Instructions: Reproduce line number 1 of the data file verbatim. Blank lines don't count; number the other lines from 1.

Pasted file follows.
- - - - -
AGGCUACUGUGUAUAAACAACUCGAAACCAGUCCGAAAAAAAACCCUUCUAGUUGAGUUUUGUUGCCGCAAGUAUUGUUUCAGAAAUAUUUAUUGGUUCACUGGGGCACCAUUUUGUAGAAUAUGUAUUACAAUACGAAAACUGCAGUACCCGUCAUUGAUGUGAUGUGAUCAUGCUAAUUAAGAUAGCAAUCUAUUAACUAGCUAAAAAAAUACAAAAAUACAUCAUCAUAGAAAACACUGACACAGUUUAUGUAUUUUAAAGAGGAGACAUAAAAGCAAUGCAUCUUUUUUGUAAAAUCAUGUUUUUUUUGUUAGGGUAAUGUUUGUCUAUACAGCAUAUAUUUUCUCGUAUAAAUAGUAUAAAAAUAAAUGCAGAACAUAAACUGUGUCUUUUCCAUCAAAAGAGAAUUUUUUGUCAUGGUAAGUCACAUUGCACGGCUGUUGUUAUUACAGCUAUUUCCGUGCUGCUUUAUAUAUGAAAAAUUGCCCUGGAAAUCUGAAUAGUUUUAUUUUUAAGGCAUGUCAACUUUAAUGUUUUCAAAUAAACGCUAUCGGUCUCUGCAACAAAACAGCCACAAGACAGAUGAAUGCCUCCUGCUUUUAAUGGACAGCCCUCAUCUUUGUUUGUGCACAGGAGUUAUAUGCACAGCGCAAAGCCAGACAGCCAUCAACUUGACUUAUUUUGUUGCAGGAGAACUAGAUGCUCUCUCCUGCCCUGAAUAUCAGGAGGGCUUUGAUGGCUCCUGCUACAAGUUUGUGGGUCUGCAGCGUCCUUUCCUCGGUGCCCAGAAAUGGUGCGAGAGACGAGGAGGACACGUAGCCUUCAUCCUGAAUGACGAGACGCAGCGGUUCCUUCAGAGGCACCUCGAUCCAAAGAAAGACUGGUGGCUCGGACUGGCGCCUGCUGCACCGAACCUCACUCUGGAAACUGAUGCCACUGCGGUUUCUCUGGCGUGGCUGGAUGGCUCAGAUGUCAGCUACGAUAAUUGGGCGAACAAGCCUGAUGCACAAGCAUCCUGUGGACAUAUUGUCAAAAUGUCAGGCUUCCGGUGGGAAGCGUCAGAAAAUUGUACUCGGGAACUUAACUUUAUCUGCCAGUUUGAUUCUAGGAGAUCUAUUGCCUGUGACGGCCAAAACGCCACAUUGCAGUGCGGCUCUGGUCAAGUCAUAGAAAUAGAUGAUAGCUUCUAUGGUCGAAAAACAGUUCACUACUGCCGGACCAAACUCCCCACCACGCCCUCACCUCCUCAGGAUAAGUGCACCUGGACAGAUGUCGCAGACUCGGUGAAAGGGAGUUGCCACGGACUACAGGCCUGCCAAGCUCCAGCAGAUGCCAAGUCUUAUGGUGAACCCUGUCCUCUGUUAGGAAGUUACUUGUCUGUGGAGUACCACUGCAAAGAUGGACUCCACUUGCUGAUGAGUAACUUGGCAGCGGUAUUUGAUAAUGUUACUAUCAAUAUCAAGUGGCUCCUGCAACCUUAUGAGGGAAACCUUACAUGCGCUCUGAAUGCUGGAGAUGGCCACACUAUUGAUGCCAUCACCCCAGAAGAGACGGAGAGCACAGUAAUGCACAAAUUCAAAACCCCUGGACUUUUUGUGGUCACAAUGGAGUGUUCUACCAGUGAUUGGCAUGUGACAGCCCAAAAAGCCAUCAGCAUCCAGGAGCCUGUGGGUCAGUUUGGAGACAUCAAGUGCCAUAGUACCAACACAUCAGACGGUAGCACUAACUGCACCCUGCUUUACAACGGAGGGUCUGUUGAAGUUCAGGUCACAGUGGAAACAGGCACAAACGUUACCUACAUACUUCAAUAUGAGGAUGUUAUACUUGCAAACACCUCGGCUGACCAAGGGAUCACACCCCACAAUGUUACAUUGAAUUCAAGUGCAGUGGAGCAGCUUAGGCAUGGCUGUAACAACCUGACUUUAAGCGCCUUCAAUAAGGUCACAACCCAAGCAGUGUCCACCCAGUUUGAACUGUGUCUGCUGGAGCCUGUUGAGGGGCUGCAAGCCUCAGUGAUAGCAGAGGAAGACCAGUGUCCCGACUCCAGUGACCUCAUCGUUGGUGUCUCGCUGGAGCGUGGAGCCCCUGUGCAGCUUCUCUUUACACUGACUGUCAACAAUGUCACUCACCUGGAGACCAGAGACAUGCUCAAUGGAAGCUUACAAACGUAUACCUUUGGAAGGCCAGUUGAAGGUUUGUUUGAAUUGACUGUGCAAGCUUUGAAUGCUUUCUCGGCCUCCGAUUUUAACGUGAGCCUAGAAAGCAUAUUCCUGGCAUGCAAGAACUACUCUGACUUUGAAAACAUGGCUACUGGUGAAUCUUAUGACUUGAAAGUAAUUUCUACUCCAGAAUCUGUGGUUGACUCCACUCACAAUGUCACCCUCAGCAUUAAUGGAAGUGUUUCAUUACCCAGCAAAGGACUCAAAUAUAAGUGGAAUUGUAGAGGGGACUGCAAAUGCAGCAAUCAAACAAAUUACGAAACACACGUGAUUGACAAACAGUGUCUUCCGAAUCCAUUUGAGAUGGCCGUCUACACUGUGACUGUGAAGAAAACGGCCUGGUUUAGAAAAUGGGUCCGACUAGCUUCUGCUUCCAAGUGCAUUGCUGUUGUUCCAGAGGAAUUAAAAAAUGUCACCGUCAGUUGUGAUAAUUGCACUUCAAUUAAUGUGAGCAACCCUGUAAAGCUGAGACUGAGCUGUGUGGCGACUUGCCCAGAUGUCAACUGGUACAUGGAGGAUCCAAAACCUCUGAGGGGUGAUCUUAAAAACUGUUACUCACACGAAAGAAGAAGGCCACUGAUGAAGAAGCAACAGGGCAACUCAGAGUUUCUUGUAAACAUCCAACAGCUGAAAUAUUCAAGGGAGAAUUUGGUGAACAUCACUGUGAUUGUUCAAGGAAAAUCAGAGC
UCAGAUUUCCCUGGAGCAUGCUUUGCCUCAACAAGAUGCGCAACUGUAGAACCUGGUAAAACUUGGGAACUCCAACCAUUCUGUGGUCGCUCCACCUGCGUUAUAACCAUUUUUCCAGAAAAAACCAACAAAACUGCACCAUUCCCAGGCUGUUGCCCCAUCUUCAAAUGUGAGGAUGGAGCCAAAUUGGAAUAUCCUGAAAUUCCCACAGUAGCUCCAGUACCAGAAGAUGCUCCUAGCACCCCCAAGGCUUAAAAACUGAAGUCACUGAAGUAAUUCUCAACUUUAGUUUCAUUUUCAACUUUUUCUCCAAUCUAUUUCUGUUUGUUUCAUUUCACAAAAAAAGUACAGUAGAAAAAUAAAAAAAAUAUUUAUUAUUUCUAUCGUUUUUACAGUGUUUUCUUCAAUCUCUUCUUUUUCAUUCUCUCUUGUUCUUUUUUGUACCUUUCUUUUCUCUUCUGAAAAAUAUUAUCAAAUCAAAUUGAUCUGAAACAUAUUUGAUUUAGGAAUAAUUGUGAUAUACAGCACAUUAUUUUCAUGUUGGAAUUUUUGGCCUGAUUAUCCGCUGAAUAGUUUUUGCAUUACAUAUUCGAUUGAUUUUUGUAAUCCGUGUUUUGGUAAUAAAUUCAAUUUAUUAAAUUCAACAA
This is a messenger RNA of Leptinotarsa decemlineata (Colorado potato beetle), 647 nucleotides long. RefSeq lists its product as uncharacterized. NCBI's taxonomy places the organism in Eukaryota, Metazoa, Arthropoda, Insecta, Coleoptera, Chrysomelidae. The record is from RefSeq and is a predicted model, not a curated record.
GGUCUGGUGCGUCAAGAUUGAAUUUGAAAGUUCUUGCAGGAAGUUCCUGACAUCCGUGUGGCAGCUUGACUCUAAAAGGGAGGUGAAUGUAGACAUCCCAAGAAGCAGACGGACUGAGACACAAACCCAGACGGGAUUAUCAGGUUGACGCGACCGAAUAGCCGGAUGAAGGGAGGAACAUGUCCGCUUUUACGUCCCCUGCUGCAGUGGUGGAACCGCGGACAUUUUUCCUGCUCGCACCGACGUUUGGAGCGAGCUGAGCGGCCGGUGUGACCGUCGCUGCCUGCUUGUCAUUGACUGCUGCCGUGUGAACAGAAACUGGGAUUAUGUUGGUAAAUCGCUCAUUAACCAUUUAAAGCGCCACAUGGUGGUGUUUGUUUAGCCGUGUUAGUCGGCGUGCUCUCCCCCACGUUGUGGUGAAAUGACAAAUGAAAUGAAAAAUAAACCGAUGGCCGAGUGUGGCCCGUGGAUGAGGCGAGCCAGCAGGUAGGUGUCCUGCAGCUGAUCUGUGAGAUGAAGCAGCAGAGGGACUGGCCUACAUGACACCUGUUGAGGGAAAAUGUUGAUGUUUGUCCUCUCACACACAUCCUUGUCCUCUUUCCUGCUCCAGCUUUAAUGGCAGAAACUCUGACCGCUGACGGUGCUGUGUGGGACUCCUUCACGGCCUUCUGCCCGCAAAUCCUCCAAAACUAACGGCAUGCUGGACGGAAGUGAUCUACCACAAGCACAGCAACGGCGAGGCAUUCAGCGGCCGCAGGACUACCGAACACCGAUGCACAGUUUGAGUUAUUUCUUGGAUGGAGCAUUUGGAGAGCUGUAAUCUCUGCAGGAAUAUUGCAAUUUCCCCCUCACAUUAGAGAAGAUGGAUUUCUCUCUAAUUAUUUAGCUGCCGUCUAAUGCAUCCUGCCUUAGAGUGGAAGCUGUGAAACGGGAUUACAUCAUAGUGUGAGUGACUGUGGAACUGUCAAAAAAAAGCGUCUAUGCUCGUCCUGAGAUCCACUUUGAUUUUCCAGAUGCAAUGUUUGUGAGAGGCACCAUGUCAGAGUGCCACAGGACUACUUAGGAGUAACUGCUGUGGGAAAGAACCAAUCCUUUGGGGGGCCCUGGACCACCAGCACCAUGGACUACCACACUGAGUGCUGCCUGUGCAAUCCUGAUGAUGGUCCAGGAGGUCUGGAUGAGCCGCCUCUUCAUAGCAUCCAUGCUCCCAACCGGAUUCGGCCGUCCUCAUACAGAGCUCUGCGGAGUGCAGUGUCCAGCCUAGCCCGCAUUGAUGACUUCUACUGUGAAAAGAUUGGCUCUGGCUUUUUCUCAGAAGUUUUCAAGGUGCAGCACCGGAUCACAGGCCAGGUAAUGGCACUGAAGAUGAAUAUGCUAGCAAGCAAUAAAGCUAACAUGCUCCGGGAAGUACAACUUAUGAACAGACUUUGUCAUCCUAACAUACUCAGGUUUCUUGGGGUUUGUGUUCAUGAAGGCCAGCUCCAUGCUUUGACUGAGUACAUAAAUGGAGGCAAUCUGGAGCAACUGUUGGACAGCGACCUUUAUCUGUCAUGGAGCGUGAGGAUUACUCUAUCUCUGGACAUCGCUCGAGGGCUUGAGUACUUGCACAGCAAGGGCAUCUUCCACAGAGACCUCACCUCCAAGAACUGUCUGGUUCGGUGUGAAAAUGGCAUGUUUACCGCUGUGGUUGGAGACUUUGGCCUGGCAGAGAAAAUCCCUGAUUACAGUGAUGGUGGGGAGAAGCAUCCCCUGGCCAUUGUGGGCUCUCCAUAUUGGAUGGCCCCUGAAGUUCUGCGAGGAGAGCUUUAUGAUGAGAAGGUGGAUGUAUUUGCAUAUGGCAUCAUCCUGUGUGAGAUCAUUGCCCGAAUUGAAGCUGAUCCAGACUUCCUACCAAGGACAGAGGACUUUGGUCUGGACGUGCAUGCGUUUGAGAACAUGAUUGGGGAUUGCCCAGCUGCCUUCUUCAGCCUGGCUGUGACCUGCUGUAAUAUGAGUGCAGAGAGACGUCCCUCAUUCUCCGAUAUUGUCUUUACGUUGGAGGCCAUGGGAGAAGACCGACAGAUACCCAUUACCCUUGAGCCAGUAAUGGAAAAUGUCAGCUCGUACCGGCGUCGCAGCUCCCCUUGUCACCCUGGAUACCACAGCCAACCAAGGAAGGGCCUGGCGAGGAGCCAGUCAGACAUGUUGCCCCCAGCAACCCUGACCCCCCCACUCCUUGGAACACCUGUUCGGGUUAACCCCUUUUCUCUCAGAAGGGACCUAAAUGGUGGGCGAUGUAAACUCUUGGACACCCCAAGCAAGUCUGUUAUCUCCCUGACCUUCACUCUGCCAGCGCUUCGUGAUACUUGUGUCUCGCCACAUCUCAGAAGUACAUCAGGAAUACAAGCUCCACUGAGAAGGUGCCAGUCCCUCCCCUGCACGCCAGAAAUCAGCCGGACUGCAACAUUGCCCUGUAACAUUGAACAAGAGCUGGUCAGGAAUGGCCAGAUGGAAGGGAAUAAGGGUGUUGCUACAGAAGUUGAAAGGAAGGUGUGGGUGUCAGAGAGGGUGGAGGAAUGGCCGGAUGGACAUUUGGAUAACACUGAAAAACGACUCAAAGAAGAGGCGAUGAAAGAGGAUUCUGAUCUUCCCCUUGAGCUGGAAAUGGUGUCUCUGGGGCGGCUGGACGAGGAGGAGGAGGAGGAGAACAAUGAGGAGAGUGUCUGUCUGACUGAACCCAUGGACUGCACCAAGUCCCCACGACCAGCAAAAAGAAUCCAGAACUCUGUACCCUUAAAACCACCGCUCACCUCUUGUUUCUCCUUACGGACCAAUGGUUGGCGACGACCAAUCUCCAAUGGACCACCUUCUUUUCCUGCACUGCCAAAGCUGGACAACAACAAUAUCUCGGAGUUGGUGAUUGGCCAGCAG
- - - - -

AGGCUACUGUGUAUAAACAACUCGAAACCAGUCCGAAAAAAAACCCUUCUAGUUGAGUUUUGUUGCCGCAAGUAUUGUUUCAGAAAUAUUUAUUGGUUCACUGGGGCACCAUUUUGUAGAAUAUGUAUUACAAUACGAAAACUGCAGUACCCGUCAUUGAUGUGAUGUGAUCAUGCUAAUUAAGAUAGCAAUCUAUUAACUAGCUAAAAAAAUACAAAAAUACAUCAUCAUAGAAAACACUGACACAGUUUAUGUAUUUUAAAGAGGAGACAUAAAAGCAAUGCAUCUUUUUUGUAAAAUCAUGUUUUUUUUGUUAGGGUAAUGUUUGUCUAUACAGCAUAUAUUUUCUCGUAUAAAUAGUAUAAAAAUAAAUGCAGAACAUAAACUGUGUCUUUUCCAUCAAAAGAGAAUUUUUUGUCAUGGUAAGUCACAUUGCACGGCUGUUGUUAUUACAGCUAUUUCCGUGCUGCUUUAUAUAUGAAAAAUUGCCCUGGAAAUCUGAAUAGUUUUAUUUUUAAGGCAUGUCAACUUUAAUGUUUUCAAAUAAACGCUAUCGGUCUCUGCAACAAAACAGCCACAAGACAGAUGAAUGCCUCCUGCUUUUAAUGGACAGCCCUCAUCUUUGUUUGUGCACAGGAGUUAUAUGCACAGCGCAAAGCCAGACAGCCAUCAACUUGACUUAUUUUGUUGCAGGAGAACUAGAUGCUCUCUCCUGCCCUGAAUAUCAGGAGGGCUUUGAUGGCUCCUGCUACAAGUUUGUGGGUCUGCAGCGUCCUUUCCUCGGUGCCCAGAAAUGGUGCGAGAGACGAGGAGGACACGUAGCCUUCAUCCUGAAUGACGAGACGCAGCGGUUCCUUCAGAGGCACCUCGAUCCAAAGAAAGACUGGUGGCUCGGACUGGCGCCUGCUGCACCGAACCUCACUCUGGAAACUGAUGCCACUGCGGUUUCUCUGGCGUGGCUGGAUGGCUCAGAUGUCAGCUACGAUAAUUGGGCGAACAAGCCUGAUGCACAAGCAUCCUGUGGACAUAUUGUCAAAAUGUCAGGCUUCCGGUGGGAAGCGUCAGAAAAUUGUACUCGGGAACUUAACUUUAUCUGCCAGUUUGAUUCUAGGAGAUCUAUUGCCUGUGACGGCCAAAACGCCACAUUGCAGUGCGGCUCUGGUCAAGUCAUAGAAAUAGAUGAUAGCUUCUAUGGUCGAAAAACAGUUCACUACUGCCGGACCAAACUCCCCACCACGCCCUCACCUCCUCAGGAUAAGUGCACCUGGACAGAUGUCGCAGACUCGGUGAAAGGGAGUUGCCACGGACUACAGGCCUGCCAAGCUCCAGCAGAUGCCAAGUCUUAUGGUGAACCCUGUCCUCUGUUAGGAAGUUACUUGUCUGUGGAGUACCACUGCAAAGAUGGACUCCACUUGCUGAUGAGUAACUUGGCAGCGGUAUUUGAUAAUGUUACUAUCAAUAUCAAGUGGCUCCUGCAACCUUAUGAGGGAAACCUUACAUGCGCUCUGAAUGCUGGAGAUGGCCACACUAUUGAUGCCAUCACCCCAGAAGAGACGGAGAGCACAGUAAUGCACAAAUUCAAAACCCCUGGACUUUUUGUGGUCACAAUGGAGUGUUCUACCAGUGAUUGGCAUGUGACAGCCCAAAAAGCCAUCAGCAUCCAGGAGCCUGUGGGUCAGUUUGGAGACAUCAAGUGCCAUAGUACCAACACAUCAGACGGUAGCACUAACUGCACCCUGCUUUACAACGGAGGGUCUGUUGAAGUUCAGGUCACAGUGGAAACAGGCACAAACGUUACCUACAUACUUCAAUAUGAGGAUGUUAUACUUGCAAACACCUCGGCUGACCAAGGGAUCACACCCCACAAUGUUACAUUGAAUUCAAGUGCAGUGGAGCAGCUUAGGCAUGGCUGUAACAACCUGACUUUAAGCGCCUUCAAUAAGGUCACAACCCAAGCAGUGUCCACCCAGUUUGAACUGUGUCUGCUGGAGCCUGUUGAGGGGCUGCAAGCCUCAGUGAUAGCAGAGGAAGACCAGUGUCCCGACUCCAGUGACCUCAUCGUUGGUGUCUCGCUGGAGCGUGGAGCCCCUGUGCAGCUUCUCUUUACACUGACUGUCAACAAUGUCACUCACCUGGAGACCAGAGACAUGCUCAAUGGAAGCUUACAAACGUAUACCUUUGGAAGGCCAGUUGAAGGUUUGUUUGAAUUGACUGUGCAAGCUUUGAAUGCUUUCUCGGCCUCCGAUUUUAACGUGAGCCUAGAAAGCAUAUUCCUGGCAUGCAAGAACUACUCUGACUUUGAAAACAUGGCUACUGGUGAAUCUUAUGACUUGAAAGUAAUUUCUACUCCAGAAUCUGUGGUUGACUCCACUCACAAUGUCACCCUCAGCAUUAAUGGAAGUGUUUCAUUACCCAGCAAAGGACUCAAAUAUAAGUGGAAUUGUAGAGGGGACUGCAAAUGCAGCAAUCAAACAAAUUACGAAACACACGUGAUUGACAAACAGUGUCUUCCGAAUCCAUUUGAGAUGGCCGUCUACACUGUGACUGUGAAGAAAACGGCCUGGUUUAGAAAAUGGGUCCGACUAGCUUCUGCUUCCAAGUGCAUUGCUGUUGUUCCAGAGGAAUUAAAAAAUGUCACCGUCAGUUGUGAUAAUUGCACUUCAAUUAAUGUGAGCAACCCUGUAAAGCUGAGACUGAGCUGUGUGGCGACUUGCCCAGAUGUCAACUGGUACAUGGAGGAUCCAAAACCUCUGAGGGGUGAUCUUAAAAACUGUUACUCACACGAAAGAAGAAGGCCACUGAUGAAGAAGCAACAGGGCAACUCAGAGUUUCUUGUAAACAUCCAACAGCUGAAAUAUUCAAGGGAGAAUUUGGUGAACAUCACUGUGAUUGUUCAAGGAAAAUCAGAGC